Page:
The Alliance for Catholic Education (ACE) is honored to be part of the career stories of three educators who were saluted by the White House on Jan. 25 as "Champions of Change." A fourth educator who was spotlighted is another supporter of ACE, as seen in the formation for leaders in her diocese. ACE is pleased to join in thanking all ten of the champions of Catholic education who were spotlighted in the Washington, D.C., ceremony. They share in ACE's commitment to offer all young people, especially the disadvantaged, the opportunity for a high-quality Catholic education.

Among the honorees was Joseph Womac, a graduate of ACE’s ACE Teaching Fellows program. In recent years, he has served as executive director of the Fulcrum Foundation, a Seattle-based organization whose fund-raising has helped more than 10,000 low income students attend Catholic schools.

Sister Rosa Maria Ruiz, C.F.M.M., superintendent of schools for the Diocese of Tucson in Arizona, was also one of the honorees. She noted that her purview includes an in-depth partnership with the Notre Dame ACE Academy initiative, in which ACE and Notre Dame are working with local educators to strengthen three diocesan schools.

A third honoree was Yvonne Schwab, principal of St. James the Less Catholic School in Columbus, Ohio.  As the White House press release noted, “Mrs. Schwab and her staff have worked closely with the University of Notre Dame’s Alliance for Catholic Education. This connection has provided the staff with necessary training for the new population” of her school, which is largely Latino. A recent news story posted at ACE’s website described the school’s adoption of ideas from the ACE Catholic School Advantage campaign.

Annette "Mickey" Lentz is chancellor of the Archdiocese of Indianapolis. Among the steps leading to success in this honoree's schools, the Archdiocese has built partnerships with higher education institutions to help teachers earn advanced degrees. "Reflecting Mickey's ardent support of ACE, her archdiocese has sent more candidates to the Mary Ann Remick Leadership Program (RLP) —preparation for a principal's duties and other leadership roles—than any other diocese," said Rev. Ronald Nuzzi, senior director of the RLP.

The salute to the ten educators included individual comments and panel presentations giving voice to the honorees' love for Catholic education. Womac, in his reflection, said that preserving the American dream for millions of American families involves preserving Catholic education.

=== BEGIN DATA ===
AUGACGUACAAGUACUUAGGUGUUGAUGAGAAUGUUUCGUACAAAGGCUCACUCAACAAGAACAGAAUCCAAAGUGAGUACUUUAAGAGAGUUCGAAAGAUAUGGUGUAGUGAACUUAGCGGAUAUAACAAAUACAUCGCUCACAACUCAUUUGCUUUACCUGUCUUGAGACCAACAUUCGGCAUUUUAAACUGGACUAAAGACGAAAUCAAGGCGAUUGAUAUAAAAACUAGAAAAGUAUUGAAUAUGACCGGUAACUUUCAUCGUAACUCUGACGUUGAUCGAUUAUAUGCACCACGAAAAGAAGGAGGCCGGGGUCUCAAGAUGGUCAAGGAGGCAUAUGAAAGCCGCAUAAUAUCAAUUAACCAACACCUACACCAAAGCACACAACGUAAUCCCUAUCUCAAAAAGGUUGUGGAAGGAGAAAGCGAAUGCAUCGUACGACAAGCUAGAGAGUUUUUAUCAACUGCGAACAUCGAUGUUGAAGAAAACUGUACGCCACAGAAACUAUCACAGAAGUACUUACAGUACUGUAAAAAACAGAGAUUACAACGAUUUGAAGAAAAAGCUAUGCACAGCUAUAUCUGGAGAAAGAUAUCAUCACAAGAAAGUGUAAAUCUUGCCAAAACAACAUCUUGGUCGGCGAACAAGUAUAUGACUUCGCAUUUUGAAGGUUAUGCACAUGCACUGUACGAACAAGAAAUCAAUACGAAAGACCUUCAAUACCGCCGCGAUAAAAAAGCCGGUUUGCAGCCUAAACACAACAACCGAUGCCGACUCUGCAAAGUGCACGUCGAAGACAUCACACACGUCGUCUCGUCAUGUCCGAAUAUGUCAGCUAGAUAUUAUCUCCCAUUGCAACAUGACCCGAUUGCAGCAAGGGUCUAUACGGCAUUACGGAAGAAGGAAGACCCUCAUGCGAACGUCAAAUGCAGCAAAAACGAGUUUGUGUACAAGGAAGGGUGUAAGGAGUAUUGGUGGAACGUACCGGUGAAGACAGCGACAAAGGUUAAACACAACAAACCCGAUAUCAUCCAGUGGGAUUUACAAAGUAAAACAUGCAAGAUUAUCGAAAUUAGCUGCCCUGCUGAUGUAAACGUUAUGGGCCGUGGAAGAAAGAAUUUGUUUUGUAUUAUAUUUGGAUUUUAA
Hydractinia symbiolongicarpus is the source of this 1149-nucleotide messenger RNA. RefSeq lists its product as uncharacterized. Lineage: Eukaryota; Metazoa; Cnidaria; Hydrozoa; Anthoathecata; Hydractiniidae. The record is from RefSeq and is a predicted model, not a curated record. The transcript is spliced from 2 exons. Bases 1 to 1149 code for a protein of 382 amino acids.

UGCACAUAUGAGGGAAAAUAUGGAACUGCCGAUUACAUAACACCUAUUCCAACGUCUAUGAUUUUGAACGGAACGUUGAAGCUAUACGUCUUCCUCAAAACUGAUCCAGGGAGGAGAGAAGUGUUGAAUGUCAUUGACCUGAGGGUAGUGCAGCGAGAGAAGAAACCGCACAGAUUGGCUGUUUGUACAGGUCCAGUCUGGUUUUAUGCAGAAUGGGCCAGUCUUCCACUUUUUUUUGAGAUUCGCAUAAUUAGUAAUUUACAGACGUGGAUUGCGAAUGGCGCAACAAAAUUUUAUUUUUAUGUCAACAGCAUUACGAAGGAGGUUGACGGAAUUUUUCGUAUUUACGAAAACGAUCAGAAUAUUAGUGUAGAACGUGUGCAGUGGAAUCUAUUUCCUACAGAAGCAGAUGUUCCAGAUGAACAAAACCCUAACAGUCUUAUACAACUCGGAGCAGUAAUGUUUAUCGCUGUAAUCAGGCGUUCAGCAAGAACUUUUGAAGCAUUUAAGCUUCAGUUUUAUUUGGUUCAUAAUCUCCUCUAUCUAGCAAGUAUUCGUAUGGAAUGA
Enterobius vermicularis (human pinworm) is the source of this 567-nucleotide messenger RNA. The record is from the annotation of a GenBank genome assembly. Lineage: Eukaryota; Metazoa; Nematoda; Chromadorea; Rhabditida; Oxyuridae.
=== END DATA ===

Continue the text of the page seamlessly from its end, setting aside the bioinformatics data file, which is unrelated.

"I saw this first-hand teaching in Catholic schools in Louisiana as a part of the University of Notre Dame's service program, the Alliance for Catholic Education," Womac told the White House audience. "I see it first-hand every day at work in the hopeful lives of thousands of students attending school with Fulcrum's assistance."

"Madrinas and Padrinos" Approach Helps a Chicago School Build Family and Community

Written by William Schmitt on Friday, 27 January 2012.

A Padrino & a Principal See "Catholic School Advantage" Idea Bearing Fruit

At St. Benedict's Catholic School, in Blue Island, Ill., near Chicago, principal Susan Rys (pronounced Rise) and parents at the school are articulating a growing connection to their community. One of the parents, Roberto Reyes, reflects how the school has found its voice to call others into cooperation—and how that voice has acquired a Latino accent—with assistance from the Alliance for Catholic Education (ACE).

Roberto is one of the school's "padrinos," part of a team of padrinos y madrinas (godfathers and godmothers) who help the school extend an invitation to local families. This team, inclined and trained to offer mentoring services and authentic hospitality while also recruiting children for the school, has come about as the result of training in ACE's Catholic School Advantage campaign.

"The best resource we have is the human resource," says Roberto, explaining that good relationships among the people in the area—many of whom are immigrants—are the best way to get the school's messages across. The Catholic School Advantage campaign, in which St. Benedict's is one of ACE's many partners in the Archdiocese of Chicago, helps schools become more accessible to Latino culture even as they convey the strengths they offer to local children in need of educational alternatives.